(a)  a proposed law for the alteration of the Constitution, being a proposed law passed by an absolute majority of one House of the Parliament only, is to be submitted to the electors; and

                     (b)  within 4 weeks after the second passage of that proposed law through that House of the Parliament, there is forwarded to the Electoral Commissioner:

                              (i)  an argument in favour of the proposed law, consisting of not more than 2,000 words, authorized by a majority of those members of the Parliament who voted for the proposed law and desire to forward such an argument; or

                             (ii)  an argument against the proposed law, consisting of not more than 2,000 words, authorized by a majority of those members of the Parliament who voted against the proposed law and desire to forward such an argument;

the Electoral Commissioner shall, unless the Minister informs the Electoral Commissioner that the referendum is not to be held, not later than 14 days before the voting day for the referendum, cause to be printed and to be sent to each address to which subsection (2A) applies, as nearly as practicable, a pamphlet containing the arguments together with a statement showing the textual alterations and additions proposed to be made to the Constitution.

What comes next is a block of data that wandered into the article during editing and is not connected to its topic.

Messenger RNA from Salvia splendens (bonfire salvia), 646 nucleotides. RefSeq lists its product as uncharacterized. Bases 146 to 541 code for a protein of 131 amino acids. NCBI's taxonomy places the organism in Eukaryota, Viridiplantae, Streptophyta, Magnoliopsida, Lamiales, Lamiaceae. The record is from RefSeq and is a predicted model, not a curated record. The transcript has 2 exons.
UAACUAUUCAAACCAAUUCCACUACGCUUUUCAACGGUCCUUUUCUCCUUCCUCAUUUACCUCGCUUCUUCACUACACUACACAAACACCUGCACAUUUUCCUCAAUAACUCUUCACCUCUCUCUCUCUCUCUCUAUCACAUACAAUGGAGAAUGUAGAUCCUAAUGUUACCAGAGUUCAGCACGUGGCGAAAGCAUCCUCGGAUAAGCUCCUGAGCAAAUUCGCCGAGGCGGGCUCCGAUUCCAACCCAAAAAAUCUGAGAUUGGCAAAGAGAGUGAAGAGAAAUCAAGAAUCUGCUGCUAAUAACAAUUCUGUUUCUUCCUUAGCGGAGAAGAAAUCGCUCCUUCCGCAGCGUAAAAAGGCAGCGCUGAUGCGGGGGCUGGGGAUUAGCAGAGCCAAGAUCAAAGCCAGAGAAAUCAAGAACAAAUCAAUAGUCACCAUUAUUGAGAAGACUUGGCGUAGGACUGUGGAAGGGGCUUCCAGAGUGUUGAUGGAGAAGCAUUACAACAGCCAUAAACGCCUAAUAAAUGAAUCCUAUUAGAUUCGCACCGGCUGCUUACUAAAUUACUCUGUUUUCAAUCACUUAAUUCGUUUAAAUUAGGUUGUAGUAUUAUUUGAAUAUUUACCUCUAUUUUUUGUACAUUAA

(2A)  This subsection applies to the following addresses:

                     (a)  an address that is shown on the Roll for a Subdivision;

                     (b)  an address that is not shown on the Roll for a Subdivision because of section 104 of the Commonwealth Electoral Act 1918.

          (2B)  The Electoral Commissioner may arrange for a pamphlet referred to in subsection (1) or (2) to be sent to any other addresses that the Electoral Commissioner considers appropriate.

          (2C)  The Electoral Commissioner may arrange for the information in a pamphlet referred to in subsection (1) or (2) to be sent to any email addresses that the Electoral Commissioner considers appropriate.